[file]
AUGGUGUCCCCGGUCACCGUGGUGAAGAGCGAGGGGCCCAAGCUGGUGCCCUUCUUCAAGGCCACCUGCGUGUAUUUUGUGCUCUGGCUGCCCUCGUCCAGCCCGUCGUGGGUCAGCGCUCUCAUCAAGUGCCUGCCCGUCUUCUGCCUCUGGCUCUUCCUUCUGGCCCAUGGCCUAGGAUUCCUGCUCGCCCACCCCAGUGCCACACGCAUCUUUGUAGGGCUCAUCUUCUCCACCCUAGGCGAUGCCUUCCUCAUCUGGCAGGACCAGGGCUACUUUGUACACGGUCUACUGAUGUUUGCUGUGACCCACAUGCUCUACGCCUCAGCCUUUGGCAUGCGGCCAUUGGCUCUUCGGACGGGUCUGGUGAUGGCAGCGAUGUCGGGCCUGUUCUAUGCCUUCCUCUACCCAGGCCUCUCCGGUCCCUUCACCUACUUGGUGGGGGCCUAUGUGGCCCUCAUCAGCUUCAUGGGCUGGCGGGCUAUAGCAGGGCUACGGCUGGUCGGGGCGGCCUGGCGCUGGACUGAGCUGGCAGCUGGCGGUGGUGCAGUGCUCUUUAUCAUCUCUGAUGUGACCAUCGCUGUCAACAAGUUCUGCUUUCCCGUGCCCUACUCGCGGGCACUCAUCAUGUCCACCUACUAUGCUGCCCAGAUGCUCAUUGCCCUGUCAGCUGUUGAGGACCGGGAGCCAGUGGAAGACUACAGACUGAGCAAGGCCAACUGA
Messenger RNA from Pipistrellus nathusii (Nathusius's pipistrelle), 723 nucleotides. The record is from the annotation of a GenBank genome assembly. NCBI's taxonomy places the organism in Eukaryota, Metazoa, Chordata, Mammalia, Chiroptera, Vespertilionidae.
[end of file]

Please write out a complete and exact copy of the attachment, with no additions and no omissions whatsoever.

AUGGUGUCCCCGGUCACCGUGGUGAAGAGCGAGGGGCCCAAGCUGGUGCCCUUCUUCAAGGCCACCUGCGUGUAUUUUGUGCUCUGGCUGCCCUCGUCCAGCCCGUCGUGGGUCAGCGCUCUCAUCAAGUGCCUGCCCGUCUUCUGCCUCUGGCUCUUCCUUCUGGCCCAUGGCCUAGGAUUCCUGCUCGCCCACCCCAGUGCCACACGCAUCUUUGUAGGGCUCAUCUUCUCCACCCUAGGCGAUGCCUUCCUCAUCUGGCAGGACCAGGGCUACUUUGUACACGGUCUACUGAUGUUUGCUGUGACCCACAUGCUCUACGCCUCAGCCUUUGGCAUGCGGCCAUUGGCUCUUCGGACGGGUCUGGUGAUGGCAGCGAUGUCGGGCCUGUUCUAUGCCUUCCUCUACCCAGGCCUCUCCGGUCCCUUCACCUACUUGGUGGGGGCCUAUGUGGCCCUCAUCAGCUUCAUGGGCUGGCGGGCUAUAGCAGGGCUACGGCUGGUCGGGGCGGCCUGGCGCUGGACUGAGCUGGCAGCUGGCGGUGGUGCAGUGCUCUUUAUCAUCUCUGAUGUGACCAUCGCUGUCAACAAGUUCUGCUUUCCCGUGCCCUACUCGCGGGCACUCAUCAUGUCCACCUACUAUGCUGCCCAGAUGCUCAUUGCCCUGUCAGCUGUUGAGGACCGGGAGCCAGUGGAAGACUACAGACUGAGCAAGGCCAACUGA
Messenger RNA from Pipistrellus nathusii (Nathusius's pipistrelle), 723 nucleotides. The record is from the annotation of a GenBank genome assembly. NCBI's taxonomy places the organism in Eukaryota, Metazoa, Chordata, Mammalia, Chiroptera, Vespertilionidae.